And that is President Buhari for you. Give every person his due. Some Governors abuse him in daytime, come to the Presidential Villa under cover of darkness, and he still opens the doors to them.
Some Governors think they can be heroes by antagonizing the President. If they owe salaries and pensions, once the month is ending, they begin to abuse the President, thinking their people would forget the outstanding salaries and pensions. When they have not built a single kilometer of road, it is Buhari. When infrastructure has decayed under them, it is Buhari. When they can’t secure the lives and property of the people they govern, it is Buhari. They play to the gallery, thinking they will receive applause from their people. No, the only sound the people hear is the rumbling from their bellies, due to hunger. And they know where their problems come from.
A couple of weeks earlier, the media had been awash with stories of two local governments being under Boko Haram occupation, credited to the Governor, making it seem contrary to the position of the President that no Nigerian territory is now in the hands of terrorists. What’s the truth?
“The two local governments are not under Boko Haram occupation. It is just that the people don’t feel safe enough to return home. Boko Haram is not in charge of the places. The military actually occupy the local governments, not insurgents. Just that the people don’t feel confident enough to return yet.”
Explanation made. But it didn’t hug the headlines as the earlier erroneous story had done. Typical of us media people. Bad news sells more.
Is the job done in terms of security? Not yet, the Governor tells you matter-of-factly. “There are still security challenges, but milestones have been achieved because of collaboration between the Federal Government and Borno State, the Armed Forces, Police, DSS, and other security agencies. Bomb attacks have reduced by almost 90%. Over 5,000 physical infrastructure have been built by the Federal and State governments.”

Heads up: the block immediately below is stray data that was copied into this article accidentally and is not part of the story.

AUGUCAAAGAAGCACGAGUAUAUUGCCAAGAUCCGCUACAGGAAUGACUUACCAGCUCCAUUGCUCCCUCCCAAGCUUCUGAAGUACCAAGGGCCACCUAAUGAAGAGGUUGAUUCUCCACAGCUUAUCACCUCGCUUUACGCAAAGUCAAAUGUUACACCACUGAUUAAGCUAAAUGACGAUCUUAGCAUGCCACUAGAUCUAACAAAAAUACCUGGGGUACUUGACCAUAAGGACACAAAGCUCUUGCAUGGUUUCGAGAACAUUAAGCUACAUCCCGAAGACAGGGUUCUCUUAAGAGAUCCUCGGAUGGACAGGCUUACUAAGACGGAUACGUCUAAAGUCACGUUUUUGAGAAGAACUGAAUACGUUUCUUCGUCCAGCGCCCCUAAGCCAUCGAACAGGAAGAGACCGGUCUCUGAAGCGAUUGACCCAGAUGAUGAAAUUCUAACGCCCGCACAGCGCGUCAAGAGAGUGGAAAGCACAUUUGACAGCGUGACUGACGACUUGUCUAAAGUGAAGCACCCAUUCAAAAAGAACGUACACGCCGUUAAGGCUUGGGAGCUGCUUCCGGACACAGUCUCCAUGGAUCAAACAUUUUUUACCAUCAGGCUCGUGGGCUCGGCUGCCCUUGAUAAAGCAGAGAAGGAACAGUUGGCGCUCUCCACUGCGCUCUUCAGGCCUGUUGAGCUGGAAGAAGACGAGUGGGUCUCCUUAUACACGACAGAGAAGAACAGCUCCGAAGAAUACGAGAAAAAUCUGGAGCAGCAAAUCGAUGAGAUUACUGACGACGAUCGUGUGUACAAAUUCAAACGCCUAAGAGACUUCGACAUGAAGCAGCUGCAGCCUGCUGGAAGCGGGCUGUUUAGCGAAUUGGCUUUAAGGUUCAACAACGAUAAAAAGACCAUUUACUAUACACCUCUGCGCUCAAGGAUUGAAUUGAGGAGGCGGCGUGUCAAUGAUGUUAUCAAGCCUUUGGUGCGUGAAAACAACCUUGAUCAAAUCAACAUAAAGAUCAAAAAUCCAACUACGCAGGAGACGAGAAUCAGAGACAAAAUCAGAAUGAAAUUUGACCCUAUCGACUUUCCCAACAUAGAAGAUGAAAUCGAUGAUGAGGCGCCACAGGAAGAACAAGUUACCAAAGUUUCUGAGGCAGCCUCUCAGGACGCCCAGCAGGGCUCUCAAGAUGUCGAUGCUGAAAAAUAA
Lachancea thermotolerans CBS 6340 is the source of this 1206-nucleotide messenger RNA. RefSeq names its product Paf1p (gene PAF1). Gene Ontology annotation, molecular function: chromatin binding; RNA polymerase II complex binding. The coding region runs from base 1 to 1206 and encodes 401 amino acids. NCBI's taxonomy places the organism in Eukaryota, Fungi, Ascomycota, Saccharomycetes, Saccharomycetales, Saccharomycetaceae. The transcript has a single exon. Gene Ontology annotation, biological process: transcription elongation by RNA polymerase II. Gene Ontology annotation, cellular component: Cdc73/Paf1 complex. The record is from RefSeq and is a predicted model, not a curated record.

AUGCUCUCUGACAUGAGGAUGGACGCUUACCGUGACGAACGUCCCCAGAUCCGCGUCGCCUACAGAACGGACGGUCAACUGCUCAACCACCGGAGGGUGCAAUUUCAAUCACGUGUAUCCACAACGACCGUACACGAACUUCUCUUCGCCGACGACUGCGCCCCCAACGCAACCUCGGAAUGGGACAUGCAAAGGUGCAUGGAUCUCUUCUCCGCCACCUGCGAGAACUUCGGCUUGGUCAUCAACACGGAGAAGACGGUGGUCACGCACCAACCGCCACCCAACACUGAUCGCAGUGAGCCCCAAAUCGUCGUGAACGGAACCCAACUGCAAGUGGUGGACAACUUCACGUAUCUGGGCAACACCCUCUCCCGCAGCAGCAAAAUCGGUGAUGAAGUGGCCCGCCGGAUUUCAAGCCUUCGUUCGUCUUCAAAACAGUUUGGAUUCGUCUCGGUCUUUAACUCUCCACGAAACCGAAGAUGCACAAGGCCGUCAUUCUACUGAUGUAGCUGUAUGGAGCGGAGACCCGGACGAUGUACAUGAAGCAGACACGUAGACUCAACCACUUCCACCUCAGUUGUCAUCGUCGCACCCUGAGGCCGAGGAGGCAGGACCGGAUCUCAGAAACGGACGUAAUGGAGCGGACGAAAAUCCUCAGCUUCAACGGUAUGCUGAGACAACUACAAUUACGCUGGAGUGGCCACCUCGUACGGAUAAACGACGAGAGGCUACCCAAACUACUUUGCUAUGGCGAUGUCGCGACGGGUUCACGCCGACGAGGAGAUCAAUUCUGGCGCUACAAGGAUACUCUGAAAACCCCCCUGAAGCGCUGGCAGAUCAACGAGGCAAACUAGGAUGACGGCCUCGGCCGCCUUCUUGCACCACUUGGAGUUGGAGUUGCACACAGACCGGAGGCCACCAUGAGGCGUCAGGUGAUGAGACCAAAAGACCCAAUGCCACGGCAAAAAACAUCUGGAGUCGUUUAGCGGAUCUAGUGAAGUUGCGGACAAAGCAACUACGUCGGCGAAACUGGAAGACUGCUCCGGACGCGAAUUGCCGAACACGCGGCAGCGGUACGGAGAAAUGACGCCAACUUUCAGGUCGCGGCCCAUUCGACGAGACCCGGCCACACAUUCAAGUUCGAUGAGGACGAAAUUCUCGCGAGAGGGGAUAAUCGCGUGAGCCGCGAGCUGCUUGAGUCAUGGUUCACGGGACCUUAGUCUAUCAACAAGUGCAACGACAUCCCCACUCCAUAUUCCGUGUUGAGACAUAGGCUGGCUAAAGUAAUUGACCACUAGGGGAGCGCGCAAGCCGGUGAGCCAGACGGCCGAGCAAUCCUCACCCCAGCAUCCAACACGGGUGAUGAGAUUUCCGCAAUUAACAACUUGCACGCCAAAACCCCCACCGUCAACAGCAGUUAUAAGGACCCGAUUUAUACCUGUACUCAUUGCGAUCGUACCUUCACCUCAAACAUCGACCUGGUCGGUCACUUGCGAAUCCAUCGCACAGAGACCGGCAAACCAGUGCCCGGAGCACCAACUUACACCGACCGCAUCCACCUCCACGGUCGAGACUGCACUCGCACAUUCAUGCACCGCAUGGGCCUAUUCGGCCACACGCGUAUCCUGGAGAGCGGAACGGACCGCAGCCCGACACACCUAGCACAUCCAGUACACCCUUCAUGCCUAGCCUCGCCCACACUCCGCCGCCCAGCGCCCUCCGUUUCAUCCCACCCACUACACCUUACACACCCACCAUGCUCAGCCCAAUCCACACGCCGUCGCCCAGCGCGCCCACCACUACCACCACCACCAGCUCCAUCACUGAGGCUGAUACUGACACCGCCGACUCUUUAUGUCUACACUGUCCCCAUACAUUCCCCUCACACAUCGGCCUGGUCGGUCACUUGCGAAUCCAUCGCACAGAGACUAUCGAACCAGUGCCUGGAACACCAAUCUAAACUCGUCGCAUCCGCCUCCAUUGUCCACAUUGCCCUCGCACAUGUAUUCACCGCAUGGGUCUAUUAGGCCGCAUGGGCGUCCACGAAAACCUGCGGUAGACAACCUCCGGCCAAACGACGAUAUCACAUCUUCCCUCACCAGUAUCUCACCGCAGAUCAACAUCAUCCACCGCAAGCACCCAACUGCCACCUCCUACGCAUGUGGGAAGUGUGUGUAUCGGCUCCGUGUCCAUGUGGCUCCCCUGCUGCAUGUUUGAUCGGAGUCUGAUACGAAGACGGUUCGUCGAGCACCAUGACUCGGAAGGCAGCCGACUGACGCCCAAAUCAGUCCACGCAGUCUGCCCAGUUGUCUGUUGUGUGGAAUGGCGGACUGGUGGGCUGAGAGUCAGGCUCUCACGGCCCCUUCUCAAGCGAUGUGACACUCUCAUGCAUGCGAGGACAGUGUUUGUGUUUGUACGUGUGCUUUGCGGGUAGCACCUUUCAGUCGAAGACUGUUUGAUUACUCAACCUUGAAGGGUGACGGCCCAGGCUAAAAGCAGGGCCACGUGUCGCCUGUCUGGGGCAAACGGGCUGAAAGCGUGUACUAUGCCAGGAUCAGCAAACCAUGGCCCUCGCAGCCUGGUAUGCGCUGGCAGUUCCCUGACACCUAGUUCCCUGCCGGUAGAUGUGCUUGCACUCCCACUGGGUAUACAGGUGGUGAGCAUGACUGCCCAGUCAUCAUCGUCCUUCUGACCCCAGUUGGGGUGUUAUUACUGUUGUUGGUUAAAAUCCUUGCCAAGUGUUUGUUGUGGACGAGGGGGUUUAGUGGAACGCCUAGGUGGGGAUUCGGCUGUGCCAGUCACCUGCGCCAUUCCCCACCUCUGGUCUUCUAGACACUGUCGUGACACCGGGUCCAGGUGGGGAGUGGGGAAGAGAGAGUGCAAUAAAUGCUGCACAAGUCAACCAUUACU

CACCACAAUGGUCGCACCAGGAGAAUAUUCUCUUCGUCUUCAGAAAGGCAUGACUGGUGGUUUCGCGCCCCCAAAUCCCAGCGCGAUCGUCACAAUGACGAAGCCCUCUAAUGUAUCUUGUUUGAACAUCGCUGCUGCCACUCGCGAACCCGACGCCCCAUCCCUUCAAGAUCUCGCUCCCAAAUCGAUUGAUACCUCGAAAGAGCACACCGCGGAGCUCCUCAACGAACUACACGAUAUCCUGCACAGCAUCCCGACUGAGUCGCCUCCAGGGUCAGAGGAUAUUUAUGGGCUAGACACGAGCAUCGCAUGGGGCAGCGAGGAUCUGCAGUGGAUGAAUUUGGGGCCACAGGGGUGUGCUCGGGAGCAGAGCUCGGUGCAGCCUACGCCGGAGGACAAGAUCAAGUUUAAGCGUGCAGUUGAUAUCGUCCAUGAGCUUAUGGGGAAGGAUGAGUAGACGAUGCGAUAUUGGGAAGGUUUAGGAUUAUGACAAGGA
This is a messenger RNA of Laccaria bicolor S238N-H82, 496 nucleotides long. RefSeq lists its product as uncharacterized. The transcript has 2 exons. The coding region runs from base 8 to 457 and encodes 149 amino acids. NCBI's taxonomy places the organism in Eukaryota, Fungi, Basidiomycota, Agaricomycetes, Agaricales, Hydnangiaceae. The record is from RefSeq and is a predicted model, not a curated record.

Islamic State West Africa Province (ISWAP). That is a scourge the Governor warned the country about. He said the way they were proliferating, with seemingly boundless resources available to them, they might be worse than Boko Haram, if care was not taken. Early warning. And I’m sure the right people in government have heard, and are doing something about it.
Governor Zulum is sure doing great things in Borno State, in terms of human and infrastructural development. A 25 years development plan and 10 years strategic transformation initiatives have been formulated.
“Our vision is a secured, competitive agri-business and commercial hub anchored on prosperous, dignified people and sustained development. In 10 years, we plan to have a self-reliant Borno with over 70% productive population.”
About 9,500 resettlement houses have been built for displaced people. Twenty new schools constructed, and 39 existing ones completely rehabilitated, 432 classrooms and 242 wash facilities constructed in 48 schools, 37 new primary healthcare centers in 17 local government areas, 676 medical workers recruited from 2019 till date, 24 new roads constructed, including Borno’s first flyover, which President Buhari commissioned last December, 779 new boreholes drilled, 545 existing ones rehabilitated, 30,000 hectares of farmlands cultivated in resettled communities, 18 communities resettled with livelihood support.
And the half, nay, one quarter, has not yet been told. Gov Zulum is a star of this administration, and of this generation. Like I wrote before, we shall surely be hearing much more of him in the months and years to come, God willing.